The home place lay secret and hushed, except for pigeons and peafowl, an aging queen in tarnished coronation robes, in the remnants of vast orchards and vineyards and pastures that once stretched as far as the eye could see across all the deep fertile soils of San Gabriel Valley, from the Sierra Madres to the Puente Hills at Whittier and from a line just west of the present community of East Pasadena to the Merced Hills.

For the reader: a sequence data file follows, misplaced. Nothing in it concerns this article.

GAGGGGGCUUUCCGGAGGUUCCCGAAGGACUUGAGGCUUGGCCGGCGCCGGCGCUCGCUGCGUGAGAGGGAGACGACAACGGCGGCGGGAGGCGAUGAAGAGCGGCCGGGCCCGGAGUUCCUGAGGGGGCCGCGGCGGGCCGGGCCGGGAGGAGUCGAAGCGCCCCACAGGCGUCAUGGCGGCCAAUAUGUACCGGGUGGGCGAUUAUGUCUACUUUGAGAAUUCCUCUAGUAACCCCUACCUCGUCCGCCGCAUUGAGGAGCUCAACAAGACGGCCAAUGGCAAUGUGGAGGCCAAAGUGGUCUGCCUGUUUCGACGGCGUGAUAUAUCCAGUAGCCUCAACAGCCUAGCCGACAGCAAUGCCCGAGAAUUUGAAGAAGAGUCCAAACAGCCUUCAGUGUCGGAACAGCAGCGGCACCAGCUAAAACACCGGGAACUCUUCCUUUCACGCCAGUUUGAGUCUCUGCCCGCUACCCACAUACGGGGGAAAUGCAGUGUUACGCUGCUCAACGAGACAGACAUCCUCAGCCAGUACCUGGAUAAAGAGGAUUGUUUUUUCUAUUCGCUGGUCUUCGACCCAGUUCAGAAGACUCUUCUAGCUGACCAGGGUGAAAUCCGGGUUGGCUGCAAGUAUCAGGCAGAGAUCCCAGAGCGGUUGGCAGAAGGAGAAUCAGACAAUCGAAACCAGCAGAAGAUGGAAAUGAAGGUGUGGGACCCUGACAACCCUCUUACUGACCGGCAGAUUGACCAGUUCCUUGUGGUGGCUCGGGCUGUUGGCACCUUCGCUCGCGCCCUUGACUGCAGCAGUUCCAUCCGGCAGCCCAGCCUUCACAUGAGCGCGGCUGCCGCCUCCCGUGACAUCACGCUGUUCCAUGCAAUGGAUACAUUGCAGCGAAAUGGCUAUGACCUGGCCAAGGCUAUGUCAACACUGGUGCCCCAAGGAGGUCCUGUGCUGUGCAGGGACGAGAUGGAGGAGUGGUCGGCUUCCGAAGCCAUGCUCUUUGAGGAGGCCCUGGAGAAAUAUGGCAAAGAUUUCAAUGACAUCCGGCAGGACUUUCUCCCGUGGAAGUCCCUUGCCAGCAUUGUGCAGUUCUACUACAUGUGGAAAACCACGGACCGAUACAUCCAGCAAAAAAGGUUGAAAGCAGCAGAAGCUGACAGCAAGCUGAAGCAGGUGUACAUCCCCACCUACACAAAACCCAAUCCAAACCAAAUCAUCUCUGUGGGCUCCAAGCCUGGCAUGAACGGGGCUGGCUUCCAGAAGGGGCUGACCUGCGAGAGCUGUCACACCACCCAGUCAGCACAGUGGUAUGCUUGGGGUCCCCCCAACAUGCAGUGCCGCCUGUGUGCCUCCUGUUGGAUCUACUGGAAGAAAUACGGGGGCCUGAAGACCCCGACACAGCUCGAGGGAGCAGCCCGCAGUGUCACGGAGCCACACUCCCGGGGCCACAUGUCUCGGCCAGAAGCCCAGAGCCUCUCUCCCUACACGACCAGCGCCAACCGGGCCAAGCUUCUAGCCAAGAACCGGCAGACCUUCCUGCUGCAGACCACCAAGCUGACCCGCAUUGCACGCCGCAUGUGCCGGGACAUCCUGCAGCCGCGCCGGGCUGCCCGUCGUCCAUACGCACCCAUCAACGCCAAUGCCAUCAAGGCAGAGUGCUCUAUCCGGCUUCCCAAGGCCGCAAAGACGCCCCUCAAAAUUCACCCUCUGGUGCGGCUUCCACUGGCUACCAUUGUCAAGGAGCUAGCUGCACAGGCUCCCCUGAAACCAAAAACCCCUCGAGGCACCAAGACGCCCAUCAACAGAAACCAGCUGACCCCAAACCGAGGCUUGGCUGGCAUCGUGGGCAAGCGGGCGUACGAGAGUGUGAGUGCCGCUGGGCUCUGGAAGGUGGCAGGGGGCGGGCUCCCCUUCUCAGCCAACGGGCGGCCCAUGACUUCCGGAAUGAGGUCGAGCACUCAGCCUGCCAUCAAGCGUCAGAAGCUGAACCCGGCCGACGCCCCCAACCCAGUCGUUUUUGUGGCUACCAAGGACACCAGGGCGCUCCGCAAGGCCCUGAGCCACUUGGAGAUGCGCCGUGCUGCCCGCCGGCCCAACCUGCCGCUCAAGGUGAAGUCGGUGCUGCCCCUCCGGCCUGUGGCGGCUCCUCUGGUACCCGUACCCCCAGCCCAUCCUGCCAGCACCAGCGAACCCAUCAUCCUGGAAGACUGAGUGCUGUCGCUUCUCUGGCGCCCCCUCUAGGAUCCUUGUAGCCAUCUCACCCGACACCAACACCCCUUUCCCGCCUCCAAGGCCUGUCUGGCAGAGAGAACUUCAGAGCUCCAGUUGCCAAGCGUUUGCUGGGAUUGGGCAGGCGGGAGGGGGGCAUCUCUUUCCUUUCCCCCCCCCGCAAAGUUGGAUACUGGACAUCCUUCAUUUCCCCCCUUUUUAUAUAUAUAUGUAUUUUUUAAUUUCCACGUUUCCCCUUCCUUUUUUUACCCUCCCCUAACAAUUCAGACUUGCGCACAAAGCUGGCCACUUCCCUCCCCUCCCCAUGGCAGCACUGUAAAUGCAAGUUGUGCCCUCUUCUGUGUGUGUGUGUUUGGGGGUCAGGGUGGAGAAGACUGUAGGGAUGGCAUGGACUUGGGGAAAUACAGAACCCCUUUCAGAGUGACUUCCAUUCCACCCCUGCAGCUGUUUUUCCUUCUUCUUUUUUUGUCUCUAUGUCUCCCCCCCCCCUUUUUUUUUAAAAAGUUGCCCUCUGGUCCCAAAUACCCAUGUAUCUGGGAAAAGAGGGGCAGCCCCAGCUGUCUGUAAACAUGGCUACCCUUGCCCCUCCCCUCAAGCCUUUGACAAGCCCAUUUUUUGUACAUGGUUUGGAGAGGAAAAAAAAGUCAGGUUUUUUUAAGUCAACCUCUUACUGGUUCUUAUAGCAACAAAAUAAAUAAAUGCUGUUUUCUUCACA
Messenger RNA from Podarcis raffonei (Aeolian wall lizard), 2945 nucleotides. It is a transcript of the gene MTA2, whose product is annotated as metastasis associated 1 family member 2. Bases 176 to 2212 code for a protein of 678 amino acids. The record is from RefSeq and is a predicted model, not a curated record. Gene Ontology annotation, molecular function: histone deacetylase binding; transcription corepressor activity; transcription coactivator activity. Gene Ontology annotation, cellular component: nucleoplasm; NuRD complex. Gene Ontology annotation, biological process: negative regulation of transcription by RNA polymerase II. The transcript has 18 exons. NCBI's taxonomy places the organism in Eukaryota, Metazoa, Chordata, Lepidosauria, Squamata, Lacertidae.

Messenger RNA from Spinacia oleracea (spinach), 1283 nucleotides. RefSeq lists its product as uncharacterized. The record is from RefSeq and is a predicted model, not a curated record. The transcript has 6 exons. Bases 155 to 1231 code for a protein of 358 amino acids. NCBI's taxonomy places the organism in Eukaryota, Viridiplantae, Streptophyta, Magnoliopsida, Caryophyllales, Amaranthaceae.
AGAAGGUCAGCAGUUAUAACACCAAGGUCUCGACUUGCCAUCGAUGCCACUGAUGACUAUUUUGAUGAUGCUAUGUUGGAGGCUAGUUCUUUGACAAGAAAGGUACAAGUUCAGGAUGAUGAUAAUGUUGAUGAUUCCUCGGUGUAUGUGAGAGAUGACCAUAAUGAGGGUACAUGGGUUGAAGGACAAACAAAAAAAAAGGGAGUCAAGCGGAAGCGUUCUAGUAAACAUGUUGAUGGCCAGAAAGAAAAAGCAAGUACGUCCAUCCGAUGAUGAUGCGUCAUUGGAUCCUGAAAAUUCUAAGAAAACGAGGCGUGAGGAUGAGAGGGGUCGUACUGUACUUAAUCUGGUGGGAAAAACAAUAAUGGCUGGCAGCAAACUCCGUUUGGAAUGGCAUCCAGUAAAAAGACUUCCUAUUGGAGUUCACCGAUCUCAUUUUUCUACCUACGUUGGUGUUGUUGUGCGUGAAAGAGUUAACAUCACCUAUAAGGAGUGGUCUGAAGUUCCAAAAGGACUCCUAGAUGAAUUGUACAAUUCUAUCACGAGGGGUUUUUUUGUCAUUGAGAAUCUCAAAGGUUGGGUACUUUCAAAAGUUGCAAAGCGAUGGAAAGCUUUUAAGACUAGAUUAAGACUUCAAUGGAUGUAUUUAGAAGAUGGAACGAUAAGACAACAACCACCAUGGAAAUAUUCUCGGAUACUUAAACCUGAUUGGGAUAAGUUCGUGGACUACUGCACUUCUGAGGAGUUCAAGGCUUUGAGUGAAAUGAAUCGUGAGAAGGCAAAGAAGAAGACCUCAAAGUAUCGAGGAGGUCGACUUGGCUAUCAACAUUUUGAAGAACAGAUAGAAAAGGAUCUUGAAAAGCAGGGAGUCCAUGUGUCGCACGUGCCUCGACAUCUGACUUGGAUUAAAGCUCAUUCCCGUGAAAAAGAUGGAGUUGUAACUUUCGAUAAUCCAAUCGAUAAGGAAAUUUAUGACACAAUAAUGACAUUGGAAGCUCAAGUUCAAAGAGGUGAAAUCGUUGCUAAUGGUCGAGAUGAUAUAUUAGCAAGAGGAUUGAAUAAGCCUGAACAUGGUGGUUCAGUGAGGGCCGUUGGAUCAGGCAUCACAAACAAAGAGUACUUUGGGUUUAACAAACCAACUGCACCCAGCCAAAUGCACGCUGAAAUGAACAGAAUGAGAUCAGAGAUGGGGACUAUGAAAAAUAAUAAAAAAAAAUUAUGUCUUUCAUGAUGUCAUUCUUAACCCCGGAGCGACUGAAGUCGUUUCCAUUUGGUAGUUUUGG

Of course, we were forbidden absolutely to set foot onto the rancho, but nobody really expected us to resist its fabulous allure. Mother was a realist. When she stepped from our house to summon us all home at dusk with her long, sweet whistle, she turned and faced in the direction of the home place. We maintained a curious relationship with Mr. Stover, who lived in a cottage just inside the wrought-iron gates at the proper entrance to the estate. When we visited his daughter Alice, a solemn, straight-haired little girl with whom we went to school, we were allowed to walk partway up the long drive in the shadow of massive, rustling palms and might even pick pomegranates, persimmons and apricots, sweet as honey, from meshed branches of gnarled old trees. When Mr. Stover was mounted in the Model T and we were within the ranch unbidden, he metamorphosed into wicked witch. As there were eight of us children and we were subdued by the mysteries of the place, making far less noise than the broken muffler of the Ford, we weren't caught often and came to think of Mr. Stover's convulsed, red-faced threats as mere formula necessitated by his responsibilities.